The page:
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FDA Orders More Studies of Duodenoscopes

The agency wants the three makers of duodenoscopes in the U.S.--Olympus, Fujifilm, and Hoya (Pentax)--to conduct postmarket surveillance studies.

Nancy Crotti

FDA has ordered the three companies that sell duodenoscopes in the United States to study how the hard-to-clean devices are reprocessed in actual clinical settings.

Used in about half a million U.S. procedures each year, the scopes have been linked to deadly superbug outbreaks since early this year 2015.

In its latest move to reduce patient risk, FDA has ordered Olympus America Inc., Fujifilm Medical Systems U.S.A. Inc., and Hoya Corp. (Pentax Life Care Division) to submit postmarket surveillance plans to the agency within 30 days.

The companies must detail their plans to conduct studies that will evaluate, among other things, how well healthcare workers follow instructions to clean and disinfect duodenoscopes between patient procedures. The studies may also increase understanding of the scopes' contamination rates.

FDA has ordered the studies based on its understanding of factors that may be contributing to infection outbreaks following endoscopic retrograde cholangiopancreatography procedures (ERCP), as well as the information needed to help fill gaps in knowledge, the agency said in a statement.

Duodenoscopes are flexible, lighted tubes that are threaded down through the digestive tract and into the small intestine to provide the least invasive way of draining fluids from pancreatic and biliary ducts blocked by cancerous tumors, gallstones, or other conditions. The scopes' movable "elevator" mechanism at the tip, while improving efficiency and effectiveness, is challenging to disinfect, according to FDA.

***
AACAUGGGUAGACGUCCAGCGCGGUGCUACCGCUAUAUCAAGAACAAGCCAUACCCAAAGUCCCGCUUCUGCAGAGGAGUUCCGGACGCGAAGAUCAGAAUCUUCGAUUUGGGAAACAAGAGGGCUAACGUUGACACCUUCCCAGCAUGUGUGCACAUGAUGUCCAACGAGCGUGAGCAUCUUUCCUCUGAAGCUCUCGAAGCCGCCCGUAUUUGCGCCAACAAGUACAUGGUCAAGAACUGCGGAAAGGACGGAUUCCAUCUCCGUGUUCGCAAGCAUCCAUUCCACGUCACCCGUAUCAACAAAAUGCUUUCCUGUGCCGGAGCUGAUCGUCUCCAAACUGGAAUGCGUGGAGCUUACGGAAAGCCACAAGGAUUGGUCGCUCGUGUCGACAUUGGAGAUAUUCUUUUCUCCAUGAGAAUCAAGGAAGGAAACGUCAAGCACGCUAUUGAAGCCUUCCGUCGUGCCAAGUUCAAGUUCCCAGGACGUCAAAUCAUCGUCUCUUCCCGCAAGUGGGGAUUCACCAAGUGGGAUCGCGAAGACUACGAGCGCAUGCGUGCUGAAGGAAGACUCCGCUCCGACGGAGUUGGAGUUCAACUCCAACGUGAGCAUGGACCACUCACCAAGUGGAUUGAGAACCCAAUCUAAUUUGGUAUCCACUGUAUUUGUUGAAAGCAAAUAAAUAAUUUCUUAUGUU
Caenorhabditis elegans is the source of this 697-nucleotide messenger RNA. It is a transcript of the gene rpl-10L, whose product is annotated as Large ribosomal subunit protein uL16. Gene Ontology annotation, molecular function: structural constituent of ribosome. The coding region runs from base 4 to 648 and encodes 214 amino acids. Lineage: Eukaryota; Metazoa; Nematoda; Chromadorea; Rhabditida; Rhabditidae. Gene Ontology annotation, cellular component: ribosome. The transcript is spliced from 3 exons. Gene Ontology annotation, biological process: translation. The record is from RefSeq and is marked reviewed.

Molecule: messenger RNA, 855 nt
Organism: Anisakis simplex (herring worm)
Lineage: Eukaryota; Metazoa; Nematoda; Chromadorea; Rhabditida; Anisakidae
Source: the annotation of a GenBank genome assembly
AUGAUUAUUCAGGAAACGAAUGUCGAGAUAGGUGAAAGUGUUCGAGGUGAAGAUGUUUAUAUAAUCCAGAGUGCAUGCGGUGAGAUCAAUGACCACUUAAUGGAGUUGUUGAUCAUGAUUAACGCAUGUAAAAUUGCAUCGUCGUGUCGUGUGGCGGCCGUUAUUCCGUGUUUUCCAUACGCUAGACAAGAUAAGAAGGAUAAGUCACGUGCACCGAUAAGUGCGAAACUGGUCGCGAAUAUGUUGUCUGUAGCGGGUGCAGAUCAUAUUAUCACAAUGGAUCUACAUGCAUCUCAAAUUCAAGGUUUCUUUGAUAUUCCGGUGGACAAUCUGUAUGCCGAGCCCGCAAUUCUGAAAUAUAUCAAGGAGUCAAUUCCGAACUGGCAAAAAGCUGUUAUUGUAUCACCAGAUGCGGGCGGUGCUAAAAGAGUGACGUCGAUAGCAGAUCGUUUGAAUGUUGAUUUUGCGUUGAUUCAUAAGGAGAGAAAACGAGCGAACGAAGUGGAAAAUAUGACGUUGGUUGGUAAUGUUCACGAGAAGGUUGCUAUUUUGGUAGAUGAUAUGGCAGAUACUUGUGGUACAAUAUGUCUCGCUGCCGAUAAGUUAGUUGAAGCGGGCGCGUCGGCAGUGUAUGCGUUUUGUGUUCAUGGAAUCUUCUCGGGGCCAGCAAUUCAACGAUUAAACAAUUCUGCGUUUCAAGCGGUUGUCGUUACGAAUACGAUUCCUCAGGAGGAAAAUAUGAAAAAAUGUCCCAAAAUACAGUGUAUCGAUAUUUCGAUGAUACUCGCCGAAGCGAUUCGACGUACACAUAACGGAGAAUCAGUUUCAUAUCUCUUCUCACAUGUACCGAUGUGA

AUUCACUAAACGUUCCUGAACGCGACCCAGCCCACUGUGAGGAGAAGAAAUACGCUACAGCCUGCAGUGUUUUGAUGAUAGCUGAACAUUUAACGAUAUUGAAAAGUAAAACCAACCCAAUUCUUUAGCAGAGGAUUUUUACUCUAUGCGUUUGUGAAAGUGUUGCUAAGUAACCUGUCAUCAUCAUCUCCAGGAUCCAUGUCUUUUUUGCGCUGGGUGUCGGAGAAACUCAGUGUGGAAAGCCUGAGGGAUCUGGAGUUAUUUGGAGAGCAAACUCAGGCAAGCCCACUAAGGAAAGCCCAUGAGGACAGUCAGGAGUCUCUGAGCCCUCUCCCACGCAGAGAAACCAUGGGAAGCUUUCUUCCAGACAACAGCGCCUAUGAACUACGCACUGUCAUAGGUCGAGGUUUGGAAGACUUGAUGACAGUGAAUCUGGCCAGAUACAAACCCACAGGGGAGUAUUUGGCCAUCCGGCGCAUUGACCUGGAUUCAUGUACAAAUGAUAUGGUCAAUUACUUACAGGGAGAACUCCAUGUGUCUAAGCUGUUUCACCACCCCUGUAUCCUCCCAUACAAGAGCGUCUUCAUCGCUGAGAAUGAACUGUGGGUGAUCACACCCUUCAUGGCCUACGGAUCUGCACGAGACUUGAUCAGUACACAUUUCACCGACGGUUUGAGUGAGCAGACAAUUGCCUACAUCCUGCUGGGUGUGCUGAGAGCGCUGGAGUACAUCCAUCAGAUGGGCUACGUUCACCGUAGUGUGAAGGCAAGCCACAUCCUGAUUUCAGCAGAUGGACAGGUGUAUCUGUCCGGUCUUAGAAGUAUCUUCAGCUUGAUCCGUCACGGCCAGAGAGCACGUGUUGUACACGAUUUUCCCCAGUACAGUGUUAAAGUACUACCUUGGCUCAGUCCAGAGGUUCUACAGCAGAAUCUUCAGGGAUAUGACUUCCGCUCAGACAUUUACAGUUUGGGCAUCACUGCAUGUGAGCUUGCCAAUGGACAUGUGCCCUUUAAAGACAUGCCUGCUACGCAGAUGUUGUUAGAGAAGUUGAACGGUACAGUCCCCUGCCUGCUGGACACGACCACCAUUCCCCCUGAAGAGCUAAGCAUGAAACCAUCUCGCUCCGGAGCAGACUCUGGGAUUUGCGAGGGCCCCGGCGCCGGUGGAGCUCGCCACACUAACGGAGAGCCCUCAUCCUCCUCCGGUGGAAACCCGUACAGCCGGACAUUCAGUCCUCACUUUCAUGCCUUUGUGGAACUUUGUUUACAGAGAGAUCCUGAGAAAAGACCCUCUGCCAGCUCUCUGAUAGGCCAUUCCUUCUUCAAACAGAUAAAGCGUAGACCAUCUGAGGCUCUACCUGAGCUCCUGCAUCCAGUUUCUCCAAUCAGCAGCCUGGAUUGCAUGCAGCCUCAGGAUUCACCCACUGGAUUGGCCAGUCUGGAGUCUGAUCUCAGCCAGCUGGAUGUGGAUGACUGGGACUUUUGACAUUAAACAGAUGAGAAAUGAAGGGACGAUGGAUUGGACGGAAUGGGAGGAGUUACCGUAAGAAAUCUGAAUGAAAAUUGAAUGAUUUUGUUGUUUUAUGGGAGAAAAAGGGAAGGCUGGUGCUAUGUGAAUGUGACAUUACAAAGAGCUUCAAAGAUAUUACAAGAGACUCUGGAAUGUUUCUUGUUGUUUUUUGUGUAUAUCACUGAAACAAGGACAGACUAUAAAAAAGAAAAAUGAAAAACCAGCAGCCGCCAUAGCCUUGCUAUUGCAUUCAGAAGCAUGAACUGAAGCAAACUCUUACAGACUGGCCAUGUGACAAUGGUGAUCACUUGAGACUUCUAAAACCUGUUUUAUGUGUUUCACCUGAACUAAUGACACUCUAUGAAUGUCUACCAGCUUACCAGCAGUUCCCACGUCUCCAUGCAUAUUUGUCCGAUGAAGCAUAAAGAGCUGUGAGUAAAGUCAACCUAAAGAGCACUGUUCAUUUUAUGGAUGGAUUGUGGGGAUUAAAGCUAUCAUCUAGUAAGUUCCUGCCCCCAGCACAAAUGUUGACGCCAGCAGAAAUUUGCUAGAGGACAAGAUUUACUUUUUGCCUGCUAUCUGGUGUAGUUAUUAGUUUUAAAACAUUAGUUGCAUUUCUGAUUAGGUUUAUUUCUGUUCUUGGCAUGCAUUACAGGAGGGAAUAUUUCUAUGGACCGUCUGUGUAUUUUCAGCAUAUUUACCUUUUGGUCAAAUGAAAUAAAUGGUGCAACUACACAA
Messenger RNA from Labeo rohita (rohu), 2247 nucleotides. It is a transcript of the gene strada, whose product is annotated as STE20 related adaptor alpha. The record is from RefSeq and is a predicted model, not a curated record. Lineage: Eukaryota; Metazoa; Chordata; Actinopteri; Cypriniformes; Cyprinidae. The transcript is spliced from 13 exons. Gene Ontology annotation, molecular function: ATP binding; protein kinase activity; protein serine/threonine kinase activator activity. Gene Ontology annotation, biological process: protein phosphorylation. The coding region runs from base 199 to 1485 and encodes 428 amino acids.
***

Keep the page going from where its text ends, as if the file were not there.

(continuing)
FDA wants the manufacturers' studies to answer three questions:

  • Are user materials, such as manuals, brochures, and quick reference guides included in the manufacturers' duodenoscope labeling and instructions for use, sufficient to ensure that users adhere to the manufacturers' reprocessing instructions?
  • After reprocessed according to the manufacturer's validated reprocessing instructions, what percentage of clinically used duodenoscopes remains contaminated with viable microorganisms?
  • What factors contribute to microbial contamination and what steps are necessary to adequately decontaminate the device?

Olympus is reviewing the FDA order, according to spokesperson Mark Miller.

"We take this matter extremely seriously, and we intend to comply and provide the requested information," Miller wrote in an email.

A Fujifilm spokesperson, Diane Rainey, also responded: "We are currently reviewing the Postmarket Surveillance Study order issued by the FDA on October 5th. As patient health and safety is the number one priority for Fujifilm, we will continue to work with the agency to ensure the best long-term sustainable practices."

The other manufacturers did not respond to requests for comment.

Learn more about cutting-edge medical devices at MD&M Philadelphia, October 7-8.

Nancy Crotti is a contributor to Qmed and MPMN.

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